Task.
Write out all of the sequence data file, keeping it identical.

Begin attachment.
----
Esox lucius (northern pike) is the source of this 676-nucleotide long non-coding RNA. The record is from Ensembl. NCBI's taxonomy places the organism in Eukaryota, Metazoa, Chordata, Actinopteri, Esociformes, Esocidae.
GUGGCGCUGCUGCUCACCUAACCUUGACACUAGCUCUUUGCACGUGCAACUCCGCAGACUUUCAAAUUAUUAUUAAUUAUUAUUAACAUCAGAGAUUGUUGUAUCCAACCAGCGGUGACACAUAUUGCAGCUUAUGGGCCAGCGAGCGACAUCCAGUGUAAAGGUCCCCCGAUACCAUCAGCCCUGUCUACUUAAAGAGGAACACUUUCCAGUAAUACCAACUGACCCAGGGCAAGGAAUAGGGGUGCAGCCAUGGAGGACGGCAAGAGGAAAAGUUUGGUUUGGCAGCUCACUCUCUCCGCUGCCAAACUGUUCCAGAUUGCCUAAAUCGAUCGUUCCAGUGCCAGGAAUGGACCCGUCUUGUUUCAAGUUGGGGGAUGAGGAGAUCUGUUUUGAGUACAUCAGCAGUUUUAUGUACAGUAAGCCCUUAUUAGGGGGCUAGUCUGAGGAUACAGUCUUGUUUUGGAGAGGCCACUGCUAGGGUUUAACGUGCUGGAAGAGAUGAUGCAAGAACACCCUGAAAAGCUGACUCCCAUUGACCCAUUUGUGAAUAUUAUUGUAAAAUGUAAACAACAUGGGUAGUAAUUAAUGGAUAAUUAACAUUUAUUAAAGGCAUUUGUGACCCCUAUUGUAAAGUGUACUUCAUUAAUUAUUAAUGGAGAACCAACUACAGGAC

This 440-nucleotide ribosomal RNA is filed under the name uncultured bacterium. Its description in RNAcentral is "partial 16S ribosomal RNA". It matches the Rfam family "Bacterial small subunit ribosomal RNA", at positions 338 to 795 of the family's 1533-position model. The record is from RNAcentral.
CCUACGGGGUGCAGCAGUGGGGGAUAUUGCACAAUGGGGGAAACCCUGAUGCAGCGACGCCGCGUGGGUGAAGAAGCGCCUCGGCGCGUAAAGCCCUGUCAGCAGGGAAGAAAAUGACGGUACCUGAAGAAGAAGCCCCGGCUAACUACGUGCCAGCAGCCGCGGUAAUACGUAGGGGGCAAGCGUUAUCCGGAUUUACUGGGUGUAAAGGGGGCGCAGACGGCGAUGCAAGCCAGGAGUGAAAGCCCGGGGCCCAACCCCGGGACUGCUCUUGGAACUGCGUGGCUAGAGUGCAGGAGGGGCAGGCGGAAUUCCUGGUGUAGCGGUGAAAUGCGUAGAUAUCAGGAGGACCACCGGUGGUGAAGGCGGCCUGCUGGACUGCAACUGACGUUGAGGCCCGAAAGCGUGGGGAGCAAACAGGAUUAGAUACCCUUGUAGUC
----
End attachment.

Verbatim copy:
Esox lucius (northern pike) is the source of this 676-nucleotide long non-coding RNA. The record is from Ensembl. NCBI's taxonomy places the organism in Eukaryota, Metazoa, Chordata, Actinopteri, Esociformes, Esocidae.
GUGGCGCUGCUGCUCACCUAACCUUGACACUAGCUCUUUGCACGUGCAACUCCGCAGACUUUCAAAUUAUUAUUAAUUAUUAUUAACAUCAGAGAUUGUUGUAUCCAACCAGCGGUGACACAUAUUGCAGCUUAUGGGCCAGCGAGCGACAUCCAGUGUAAAGGUCCCCCGAUACCAUCAGCCCUGUCUACUUAAAGAGGAACACUUUCCAGUAAUACCAACUGACCCAGGGCAAGGAAUAGGGGUGCAGCCAUGGAGGACGGCAAGAGGAAAAGUUUGGUUUGGCAGCUCACUCUCUCCGCUGCCAAACUGUUCCAGAUUGCCUAAAUCGAUCGUUCCAGUGCCAGGAAUGGACCCGUCUUGUUUCAAGUUGGGGGAUGAGGAGAUCUGUUUUGAGUACAUCAGCAGUUUUAUGUACAGUAAGCCCUUAUUAGGGGGCUAGUCUGAGGAUACAGUCUUGUUUUGGAGAGGCCACUGCUAGGGUUUAACGUGCUGGAAGAGAUGAUGCAAGAACACCCUGAAAAGCUGACUCCCAUUGACCCAUUUGUGAAUAUUAUUGUAAAAUGUAAACAACAUGGGUAGUAAUUAAUGGAUAAUUAACAUUUAUUAAAGGCAUUUGUGACCCCUAUUGUAAAGUGUACUUCAUUAAUUAUUAAUGGAGAACCAACUACAGGAC

This 440-nucleotide ribosomal RNA is filed under the name uncultured bacterium. Its description in RNAcentral is "partial 16S ribosomal RNA". It matches the Rfam family "Bacterial small subunit ribosomal RNA", at positions 338 to 795 of the family's 1533-position model. The record is from RNAcentral.
CCUACGGGGUGCAGCAGUGGGGGAUAUUGCACAAUGGGGGAAACCCUGAUGCAGCGACGCCGCGUGGGUGAAGAAGCGCCUCGGCGCGUAAAGCCCUGUCAGCAGGGAAGAAAAUGACGGUACCUGAAGAAGAAGCCCCGGCUAACUACGUGCCAGCAGCCGCGGUAAUACGUAGGGGGCAAGCGUUAUCCGGAUUUACUGGGUGUAAAGGGGGCGCAGACGGCGAUGCAAGCCAGGAGUGAAAGCCCGGGGCCCAACCCCGGGACUGCUCUUGGAACUGCGUGGCUAGAGUGCAGGAGGGGCAGGCGGAAUUCCUGGUGUAGCGGUGAAAUGCGUAGAUAUCAGGAGGACCACCGGUGGUGAAGGCGGCCUGCUGGACUGCAACUGACGUUGAGGCCCGAAAGCGUGGGGAGCAAACAGGAUUAGAUACCCUUGUAGUC